Block to starting medical practice – restraint applied

Cases

Block to starting medical practice – restraint applied

The Supreme Court of Victoria has issued an interlocutory injunction to stop a doctor (who was in breach of his contract of employment) from operating a new clinic set up within an exclusion zone of 10 kilometres.

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The Supreme Court of Victoria has issued an interlocutory injunction to stop a doctor (who was in breach of his contract of employment) from operating a new clinic set up within an exclusion zone of 10 kilometres.

[Full text of this case: Epichealth Pty Ltd v Y [2015] VSC 516 (25 September 2015)]

Blatant breach of contract


A doctor was employed as an independent contractor by a medical clinic. He signed the contract on 21 January 2013. It specified that he had to give six months notice of termination of the contract and that he was restrained from providing services to any other person within a specific radius during the contract and for a certain period after the contract had been terminated.

From about September 2014, the doctor was working fewer than the 40 hours a week required according to his contract, blaming fatigue, poor health, pursuit of further surgical experience, and a need to assist a friend who had opened a new clinic. He gave notice to terminate the contract on 28 April 2015, identifying his last working day as 27 October 2015. However, on 22 August 2015, he refused to attend the clinic and provide any further service under the contract.

By the end of August 2015, the employer’s CEO had discovered that the doctor had during 2014 purchased a property, converted it and set up his own clinic, backed by a family trust, 6 kilometres away. The new clinic had opened for business about 1 August 2015. Its receptionist had previously been working at the employer’s clinic. The doctor’s excuses of poor health, helping a friend, etc, had only been made to allow him to spend time at the new clinic.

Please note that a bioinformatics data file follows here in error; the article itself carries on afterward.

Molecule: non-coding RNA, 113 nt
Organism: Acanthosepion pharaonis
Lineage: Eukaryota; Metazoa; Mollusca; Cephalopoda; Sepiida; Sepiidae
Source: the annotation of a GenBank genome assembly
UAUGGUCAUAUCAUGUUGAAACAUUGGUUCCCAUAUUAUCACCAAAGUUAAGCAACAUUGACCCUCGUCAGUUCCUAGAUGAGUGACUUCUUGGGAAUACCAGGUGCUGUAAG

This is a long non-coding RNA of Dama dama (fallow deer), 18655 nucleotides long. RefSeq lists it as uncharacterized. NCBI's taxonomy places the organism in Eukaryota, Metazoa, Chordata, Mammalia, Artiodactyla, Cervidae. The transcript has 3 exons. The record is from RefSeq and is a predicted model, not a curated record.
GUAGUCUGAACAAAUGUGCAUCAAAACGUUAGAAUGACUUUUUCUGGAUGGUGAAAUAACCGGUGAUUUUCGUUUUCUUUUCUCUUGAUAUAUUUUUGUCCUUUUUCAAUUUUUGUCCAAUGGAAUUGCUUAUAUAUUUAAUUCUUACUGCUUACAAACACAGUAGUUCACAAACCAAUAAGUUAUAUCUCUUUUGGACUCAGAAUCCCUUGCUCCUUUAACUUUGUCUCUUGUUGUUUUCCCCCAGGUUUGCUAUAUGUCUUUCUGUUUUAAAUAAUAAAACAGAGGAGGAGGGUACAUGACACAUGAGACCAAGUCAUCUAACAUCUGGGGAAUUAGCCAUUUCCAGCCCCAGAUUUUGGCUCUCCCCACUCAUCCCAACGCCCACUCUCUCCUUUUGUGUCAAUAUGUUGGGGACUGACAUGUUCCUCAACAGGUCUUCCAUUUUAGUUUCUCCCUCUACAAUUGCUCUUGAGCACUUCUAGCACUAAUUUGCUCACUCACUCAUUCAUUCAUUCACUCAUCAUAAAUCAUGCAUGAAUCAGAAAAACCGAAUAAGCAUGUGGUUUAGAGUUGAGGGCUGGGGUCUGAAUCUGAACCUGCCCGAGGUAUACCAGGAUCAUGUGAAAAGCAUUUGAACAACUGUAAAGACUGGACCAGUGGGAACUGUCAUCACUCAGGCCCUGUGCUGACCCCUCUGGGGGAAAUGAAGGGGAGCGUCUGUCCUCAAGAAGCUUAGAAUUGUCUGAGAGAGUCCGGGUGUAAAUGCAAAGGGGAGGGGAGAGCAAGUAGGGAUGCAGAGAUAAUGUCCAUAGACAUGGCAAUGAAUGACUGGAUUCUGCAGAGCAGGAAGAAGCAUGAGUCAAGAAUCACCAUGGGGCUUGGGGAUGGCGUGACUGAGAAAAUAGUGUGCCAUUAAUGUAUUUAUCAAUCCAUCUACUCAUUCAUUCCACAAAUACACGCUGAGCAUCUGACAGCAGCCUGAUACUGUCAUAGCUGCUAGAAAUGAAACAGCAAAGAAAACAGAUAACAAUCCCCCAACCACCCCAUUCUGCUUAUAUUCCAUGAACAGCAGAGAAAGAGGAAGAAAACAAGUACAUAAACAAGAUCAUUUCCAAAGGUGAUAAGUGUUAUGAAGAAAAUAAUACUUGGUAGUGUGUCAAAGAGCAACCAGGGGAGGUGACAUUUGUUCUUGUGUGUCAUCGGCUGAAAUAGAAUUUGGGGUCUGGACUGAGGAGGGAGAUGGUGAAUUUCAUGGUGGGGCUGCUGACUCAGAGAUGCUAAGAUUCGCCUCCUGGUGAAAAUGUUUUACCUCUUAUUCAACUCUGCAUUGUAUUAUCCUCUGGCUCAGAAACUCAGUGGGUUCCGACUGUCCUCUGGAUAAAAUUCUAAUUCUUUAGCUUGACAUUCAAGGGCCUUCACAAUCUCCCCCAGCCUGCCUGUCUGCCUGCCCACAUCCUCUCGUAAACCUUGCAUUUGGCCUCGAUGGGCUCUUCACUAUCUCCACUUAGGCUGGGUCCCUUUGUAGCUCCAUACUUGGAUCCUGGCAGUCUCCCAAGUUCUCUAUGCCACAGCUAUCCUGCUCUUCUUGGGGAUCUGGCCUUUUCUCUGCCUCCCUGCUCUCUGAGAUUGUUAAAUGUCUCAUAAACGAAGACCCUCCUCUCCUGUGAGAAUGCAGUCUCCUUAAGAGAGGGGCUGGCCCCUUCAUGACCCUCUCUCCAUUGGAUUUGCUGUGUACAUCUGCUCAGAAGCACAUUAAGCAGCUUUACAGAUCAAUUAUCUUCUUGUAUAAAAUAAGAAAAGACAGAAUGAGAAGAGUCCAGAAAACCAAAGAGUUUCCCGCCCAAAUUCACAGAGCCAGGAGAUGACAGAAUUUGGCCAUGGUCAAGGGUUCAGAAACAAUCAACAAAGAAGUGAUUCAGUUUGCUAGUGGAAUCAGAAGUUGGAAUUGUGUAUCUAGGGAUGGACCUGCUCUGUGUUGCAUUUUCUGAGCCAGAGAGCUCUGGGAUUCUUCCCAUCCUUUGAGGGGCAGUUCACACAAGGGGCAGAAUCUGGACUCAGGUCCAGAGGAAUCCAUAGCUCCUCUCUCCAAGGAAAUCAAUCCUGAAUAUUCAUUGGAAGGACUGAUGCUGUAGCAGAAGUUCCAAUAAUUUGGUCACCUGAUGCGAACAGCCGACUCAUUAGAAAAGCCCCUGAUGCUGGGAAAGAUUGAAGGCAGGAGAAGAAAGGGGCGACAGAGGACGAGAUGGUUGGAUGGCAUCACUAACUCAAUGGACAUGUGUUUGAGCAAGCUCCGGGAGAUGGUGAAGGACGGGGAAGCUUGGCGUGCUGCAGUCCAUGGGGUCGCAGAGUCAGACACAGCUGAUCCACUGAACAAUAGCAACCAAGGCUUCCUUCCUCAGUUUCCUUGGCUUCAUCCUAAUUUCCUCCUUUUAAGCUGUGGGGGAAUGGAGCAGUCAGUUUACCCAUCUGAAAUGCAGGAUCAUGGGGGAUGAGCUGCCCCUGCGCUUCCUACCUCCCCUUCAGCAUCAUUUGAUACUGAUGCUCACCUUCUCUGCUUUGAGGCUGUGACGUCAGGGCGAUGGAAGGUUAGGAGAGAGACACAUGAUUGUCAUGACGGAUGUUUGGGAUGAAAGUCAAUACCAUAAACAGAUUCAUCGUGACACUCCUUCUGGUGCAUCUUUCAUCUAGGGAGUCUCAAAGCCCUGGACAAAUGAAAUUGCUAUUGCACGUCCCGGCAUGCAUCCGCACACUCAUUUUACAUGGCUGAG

Misleading conduct


On 14 September 2015, the employer issued a proceeding and a summons seeking an injunction restraining the doctor, not only until the termination of the contract on 27 October 2015 but for a further three months, until 27 January 2016 from providing any services associated with the new medical clinic. The employer contended that the doctor had breached the contract in a way that had created a conflict of interest. He had failed to complete the notice period and had worked in another clinic less than 10 kilometres away.

Before Justice Dixon, the doctor submitted that his notice of termination had specified that he would work six months or until a replacement contractor had been engaged. Within weeks of his notice, the employer had engaged another contractor. The CEO disputed that the notice period could be shortened and explained that the new contractor had not been a replacement but filled an existing vacancy.

The court accepted that the doctor had misled his employer and that he understood that his activities in setting up the new clinic constituted a breach of the restraint provision in his contract.

The court considered whether it would be appropriate for the doctor to pay damages. It did not have evidence of his exact financial position and decided against it, accepting that he was under some financial stress.

The court ordered that, until midnight on 27 January 2016, the doctor was restrained from providing any service associated with operating a medical clinic within a 10-kilometre radius of the employer’s clinic.

The bottom line: Whether a restraint clause will stand up to court scrutiny depends on whether the restraint is considered reasonable in all the circumstances.

Epichealth Pty Ltd v Y [2015] VSC 516 (25 September 2015) 

See also: Manager bound by restraint clause 

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